Monday, 30 March 2015

Annual Sunday School Picnics

The first Sunday School picnic in Townsville was held in 1878, and was organised by Esther Camp, who, along with her husband George Camp, was a tireless worker for the early Methodist Church in Townsville.
Methodist Sunday School Picnic, Townsville, c.1910.
Photo:  CityLibraries Townsville Local History Collection.

By the early 1900s, the annual outing had become so popular, that hundreds of children from Sunday Schools throughout Townsville looked forward to their picnic with great excitement.

In May 1912, the Townsville Daily Bulletin reported on the success of the annual picnic, which had come to be held in conjunction with Empire Day, which was celebrated each year on 24 May.

“The children attending the various Methodist Sunday Schools throughout Townsville celebrated their annual outing on Empire Day by uniting in a combined picnic at the Botanical Gardens.”

After assembling at their various schools, the children were escorted to the gardens by their teachers in buses and trucks, and once there, “set about the task of enjoying themselves”. 

“Soon swings were to be seen going in all directions, cricket, football and rounders engaging the attention of others, whilst many more found enjoyment in ring games etc.”

The winners of the sporting competitions received prizes, and toys were handed out to the smaller children.  Before the evening meal, each of the schools joined together to give a hearty rendition of the National Anthem, which, according to the Bulletin, culminated in “cheers for His Majesty King George V”.

At the end of a long day, the children made their way home, “tired and yet happy with the remembrance of an exceedingly enjoyable day”.

Empire Day had begun in Australia in 1905, to celebrate Queen Victoria’s birthday – May 24 – even though the monarch had died four years previous.  It was also known throughout Australia as Cracker Night or Bonfire Night, and in later years, the original significance of the day was virtually lost.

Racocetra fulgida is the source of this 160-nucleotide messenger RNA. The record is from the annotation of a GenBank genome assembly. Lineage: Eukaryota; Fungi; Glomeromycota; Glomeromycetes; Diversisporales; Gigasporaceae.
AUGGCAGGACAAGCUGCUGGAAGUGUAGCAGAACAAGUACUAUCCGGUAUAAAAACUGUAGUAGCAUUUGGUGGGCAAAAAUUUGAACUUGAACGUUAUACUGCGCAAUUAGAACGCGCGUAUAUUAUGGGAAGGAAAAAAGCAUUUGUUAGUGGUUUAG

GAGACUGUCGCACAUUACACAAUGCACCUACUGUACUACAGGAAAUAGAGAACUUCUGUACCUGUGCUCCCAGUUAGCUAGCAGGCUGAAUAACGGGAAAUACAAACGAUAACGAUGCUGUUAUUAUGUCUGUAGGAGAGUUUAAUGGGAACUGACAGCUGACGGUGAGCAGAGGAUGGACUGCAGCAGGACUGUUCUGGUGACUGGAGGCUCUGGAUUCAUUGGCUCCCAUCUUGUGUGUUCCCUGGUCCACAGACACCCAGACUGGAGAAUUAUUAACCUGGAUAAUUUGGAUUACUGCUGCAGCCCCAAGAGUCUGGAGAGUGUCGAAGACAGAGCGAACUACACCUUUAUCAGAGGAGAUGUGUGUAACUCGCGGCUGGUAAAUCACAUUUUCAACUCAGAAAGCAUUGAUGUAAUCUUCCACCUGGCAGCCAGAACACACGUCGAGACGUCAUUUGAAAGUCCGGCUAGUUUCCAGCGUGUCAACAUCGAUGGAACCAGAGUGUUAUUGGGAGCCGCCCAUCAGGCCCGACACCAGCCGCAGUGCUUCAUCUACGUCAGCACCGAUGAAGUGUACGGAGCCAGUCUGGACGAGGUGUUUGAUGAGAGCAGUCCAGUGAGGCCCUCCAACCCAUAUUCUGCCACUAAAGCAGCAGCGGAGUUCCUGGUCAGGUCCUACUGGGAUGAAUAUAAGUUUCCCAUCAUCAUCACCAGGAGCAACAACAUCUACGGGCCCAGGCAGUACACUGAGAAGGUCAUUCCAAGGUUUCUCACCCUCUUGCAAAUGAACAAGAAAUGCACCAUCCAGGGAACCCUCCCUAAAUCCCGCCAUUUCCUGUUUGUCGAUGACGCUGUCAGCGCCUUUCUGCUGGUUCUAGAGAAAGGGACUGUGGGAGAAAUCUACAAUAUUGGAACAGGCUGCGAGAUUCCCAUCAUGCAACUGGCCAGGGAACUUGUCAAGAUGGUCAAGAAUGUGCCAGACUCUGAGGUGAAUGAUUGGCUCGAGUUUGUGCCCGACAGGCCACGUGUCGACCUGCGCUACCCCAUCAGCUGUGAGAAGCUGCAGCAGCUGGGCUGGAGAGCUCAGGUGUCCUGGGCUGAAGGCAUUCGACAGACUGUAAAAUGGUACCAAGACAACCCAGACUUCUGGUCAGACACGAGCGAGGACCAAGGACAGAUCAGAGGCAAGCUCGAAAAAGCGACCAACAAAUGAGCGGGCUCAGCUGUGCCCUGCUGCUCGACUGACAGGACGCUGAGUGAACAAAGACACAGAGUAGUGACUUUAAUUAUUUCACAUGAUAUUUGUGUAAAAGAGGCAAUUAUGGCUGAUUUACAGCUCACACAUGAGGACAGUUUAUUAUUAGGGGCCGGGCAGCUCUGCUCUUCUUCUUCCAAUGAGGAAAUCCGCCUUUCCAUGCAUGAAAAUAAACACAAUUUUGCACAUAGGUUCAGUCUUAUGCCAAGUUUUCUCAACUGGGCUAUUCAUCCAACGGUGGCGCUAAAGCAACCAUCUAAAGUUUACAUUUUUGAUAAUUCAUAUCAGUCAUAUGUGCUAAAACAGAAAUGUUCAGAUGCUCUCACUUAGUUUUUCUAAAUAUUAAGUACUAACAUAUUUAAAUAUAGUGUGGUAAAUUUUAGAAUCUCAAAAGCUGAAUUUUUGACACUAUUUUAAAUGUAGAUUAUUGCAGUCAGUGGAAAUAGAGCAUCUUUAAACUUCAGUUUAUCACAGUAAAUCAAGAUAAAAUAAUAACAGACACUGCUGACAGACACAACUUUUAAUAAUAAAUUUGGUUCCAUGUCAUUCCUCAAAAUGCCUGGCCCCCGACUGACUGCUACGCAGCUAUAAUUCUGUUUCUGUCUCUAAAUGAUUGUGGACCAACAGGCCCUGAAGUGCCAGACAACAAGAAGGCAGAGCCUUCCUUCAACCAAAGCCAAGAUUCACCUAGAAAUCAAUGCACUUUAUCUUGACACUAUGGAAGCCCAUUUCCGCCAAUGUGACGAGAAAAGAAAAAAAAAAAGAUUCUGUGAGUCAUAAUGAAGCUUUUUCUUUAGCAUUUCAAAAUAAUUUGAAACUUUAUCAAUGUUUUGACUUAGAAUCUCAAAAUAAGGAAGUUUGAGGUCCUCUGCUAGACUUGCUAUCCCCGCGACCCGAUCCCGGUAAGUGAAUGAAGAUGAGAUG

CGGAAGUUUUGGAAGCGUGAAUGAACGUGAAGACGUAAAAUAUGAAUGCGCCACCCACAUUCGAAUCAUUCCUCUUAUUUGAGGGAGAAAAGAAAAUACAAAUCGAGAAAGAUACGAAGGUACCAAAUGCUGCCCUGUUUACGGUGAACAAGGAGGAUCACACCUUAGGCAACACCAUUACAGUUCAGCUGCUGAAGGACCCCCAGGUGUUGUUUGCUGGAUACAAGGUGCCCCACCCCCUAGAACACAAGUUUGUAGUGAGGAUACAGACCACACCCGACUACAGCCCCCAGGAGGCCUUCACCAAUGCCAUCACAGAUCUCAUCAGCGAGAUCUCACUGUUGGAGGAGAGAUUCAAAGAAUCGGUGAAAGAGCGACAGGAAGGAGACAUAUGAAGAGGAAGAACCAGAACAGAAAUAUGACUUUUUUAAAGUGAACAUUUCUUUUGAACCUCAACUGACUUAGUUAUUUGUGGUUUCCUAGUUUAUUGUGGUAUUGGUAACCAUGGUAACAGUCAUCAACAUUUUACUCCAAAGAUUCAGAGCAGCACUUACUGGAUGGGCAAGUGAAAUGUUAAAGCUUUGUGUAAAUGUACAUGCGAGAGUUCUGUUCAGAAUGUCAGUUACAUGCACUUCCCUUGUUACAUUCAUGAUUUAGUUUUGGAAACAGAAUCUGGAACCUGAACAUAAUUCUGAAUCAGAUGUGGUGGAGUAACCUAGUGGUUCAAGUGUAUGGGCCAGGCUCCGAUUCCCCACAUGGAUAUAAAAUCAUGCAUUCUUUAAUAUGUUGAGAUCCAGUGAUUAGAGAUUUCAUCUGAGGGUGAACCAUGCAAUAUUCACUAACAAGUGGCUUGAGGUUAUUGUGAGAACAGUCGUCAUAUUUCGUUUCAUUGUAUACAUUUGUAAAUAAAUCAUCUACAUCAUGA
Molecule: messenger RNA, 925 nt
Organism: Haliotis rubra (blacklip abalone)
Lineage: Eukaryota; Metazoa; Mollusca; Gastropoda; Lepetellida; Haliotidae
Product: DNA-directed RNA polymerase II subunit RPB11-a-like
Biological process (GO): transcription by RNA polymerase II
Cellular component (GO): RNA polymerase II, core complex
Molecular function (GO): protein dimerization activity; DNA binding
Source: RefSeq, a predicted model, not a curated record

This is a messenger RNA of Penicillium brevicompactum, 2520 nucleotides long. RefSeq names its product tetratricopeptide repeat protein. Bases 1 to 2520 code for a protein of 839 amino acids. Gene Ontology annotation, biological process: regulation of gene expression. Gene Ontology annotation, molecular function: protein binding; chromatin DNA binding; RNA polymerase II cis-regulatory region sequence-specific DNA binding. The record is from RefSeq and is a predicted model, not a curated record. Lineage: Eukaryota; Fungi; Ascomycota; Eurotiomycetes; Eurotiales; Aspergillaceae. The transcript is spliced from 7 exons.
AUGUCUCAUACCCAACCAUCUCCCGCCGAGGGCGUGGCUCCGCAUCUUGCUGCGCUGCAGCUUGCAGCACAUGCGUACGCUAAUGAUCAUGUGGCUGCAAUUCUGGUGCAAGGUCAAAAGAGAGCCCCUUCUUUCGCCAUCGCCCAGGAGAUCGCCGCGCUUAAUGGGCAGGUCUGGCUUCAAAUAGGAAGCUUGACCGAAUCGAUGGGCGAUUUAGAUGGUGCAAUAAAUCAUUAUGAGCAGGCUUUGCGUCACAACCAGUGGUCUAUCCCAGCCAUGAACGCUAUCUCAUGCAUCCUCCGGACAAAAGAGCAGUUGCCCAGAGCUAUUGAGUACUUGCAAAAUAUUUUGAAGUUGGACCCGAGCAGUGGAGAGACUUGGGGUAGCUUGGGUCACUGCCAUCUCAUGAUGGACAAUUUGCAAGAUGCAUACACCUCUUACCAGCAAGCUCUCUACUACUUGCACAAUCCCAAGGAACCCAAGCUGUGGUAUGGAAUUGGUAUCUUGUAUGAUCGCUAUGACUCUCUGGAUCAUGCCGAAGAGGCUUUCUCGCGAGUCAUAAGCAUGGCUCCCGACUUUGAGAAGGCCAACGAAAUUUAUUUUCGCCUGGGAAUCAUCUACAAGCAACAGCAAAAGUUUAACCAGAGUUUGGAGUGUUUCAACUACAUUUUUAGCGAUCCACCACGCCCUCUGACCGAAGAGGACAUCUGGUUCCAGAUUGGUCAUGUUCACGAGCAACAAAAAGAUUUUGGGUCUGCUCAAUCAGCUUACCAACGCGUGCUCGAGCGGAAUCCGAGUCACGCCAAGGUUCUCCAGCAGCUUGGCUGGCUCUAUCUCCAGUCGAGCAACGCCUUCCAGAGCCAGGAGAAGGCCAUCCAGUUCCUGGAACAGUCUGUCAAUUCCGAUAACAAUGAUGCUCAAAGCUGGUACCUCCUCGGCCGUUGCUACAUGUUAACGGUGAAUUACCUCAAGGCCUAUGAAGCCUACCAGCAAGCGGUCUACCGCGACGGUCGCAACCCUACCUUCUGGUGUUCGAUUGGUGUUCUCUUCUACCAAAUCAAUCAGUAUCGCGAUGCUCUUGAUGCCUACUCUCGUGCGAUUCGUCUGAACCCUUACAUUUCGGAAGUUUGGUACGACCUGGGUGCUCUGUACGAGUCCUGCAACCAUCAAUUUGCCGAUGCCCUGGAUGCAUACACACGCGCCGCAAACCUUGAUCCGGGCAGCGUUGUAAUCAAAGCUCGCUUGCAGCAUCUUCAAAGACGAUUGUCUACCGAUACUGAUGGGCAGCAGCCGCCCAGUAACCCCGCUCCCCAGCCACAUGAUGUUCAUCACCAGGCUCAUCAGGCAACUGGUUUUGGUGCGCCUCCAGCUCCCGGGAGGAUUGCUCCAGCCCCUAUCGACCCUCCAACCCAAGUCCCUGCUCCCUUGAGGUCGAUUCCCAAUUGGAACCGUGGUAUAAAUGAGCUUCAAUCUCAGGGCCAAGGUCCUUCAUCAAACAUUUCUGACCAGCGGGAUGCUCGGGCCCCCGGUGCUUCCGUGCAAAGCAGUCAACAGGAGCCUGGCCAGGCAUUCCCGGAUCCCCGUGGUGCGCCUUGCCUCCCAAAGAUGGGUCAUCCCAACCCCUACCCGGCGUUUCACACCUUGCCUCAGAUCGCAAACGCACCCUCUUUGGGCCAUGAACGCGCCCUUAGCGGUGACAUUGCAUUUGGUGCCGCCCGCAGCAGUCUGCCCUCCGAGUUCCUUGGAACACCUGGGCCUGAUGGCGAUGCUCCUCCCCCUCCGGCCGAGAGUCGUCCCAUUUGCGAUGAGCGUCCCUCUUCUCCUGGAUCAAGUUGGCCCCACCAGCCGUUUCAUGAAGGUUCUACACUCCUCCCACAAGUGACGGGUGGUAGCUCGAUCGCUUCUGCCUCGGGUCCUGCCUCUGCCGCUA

But in Queensland in the early days of the holiday, the desire to see Empire Day retained as a day of celebration was impressed upon the Home Secretary, the Hon. J.G. Appel, in Brisbane in December 1910, by an influential deputation organised by the Queensland Sunday School Union.

Present at this meeting were a number of Churchmen in authority in Queensland at the time, including representatives from the Congregational Union, the Presbyterian Sunday School Union, the Baptist Sunday School Committee, and the Methodist Sunday School Committee.  

The delegation emphasised the popularity of Empire Day as a holiday, particularly because of the tradition of Sunday School picnics on that anniversary.

Mr Appel, for his part, said that he personally favoured the retention of Empire Day because of its long association with the Sunday School holiday, and because of its important association with the late Queen Victoria.  He was inclined to favour celebrating the King’s birthday on May 24 but wasn’t keen to make a decision on his own.
Methodist Sunday School Picnic, Townsville, c. 1930.
Photo:  CityLibraries Townsville Local History Collection.

Although Empire Day gradually faded away, the popularity of the Sunday School picnics remained, and by the 1940s, Townsville’s annual Sunday School picnics had moved to the King’s Birthday holiday in June.  In 1947 approximately 2,500 children were transported out of Townsville by rail in a single day, to attend their annual Sunday School picnic at various locations such as Kulburn (Black River), Bluewater and Nome.

1 comment:

  1. I remember still having these in the mid to late 70s, heading out to Stuart in the back of a dump truck. A different era...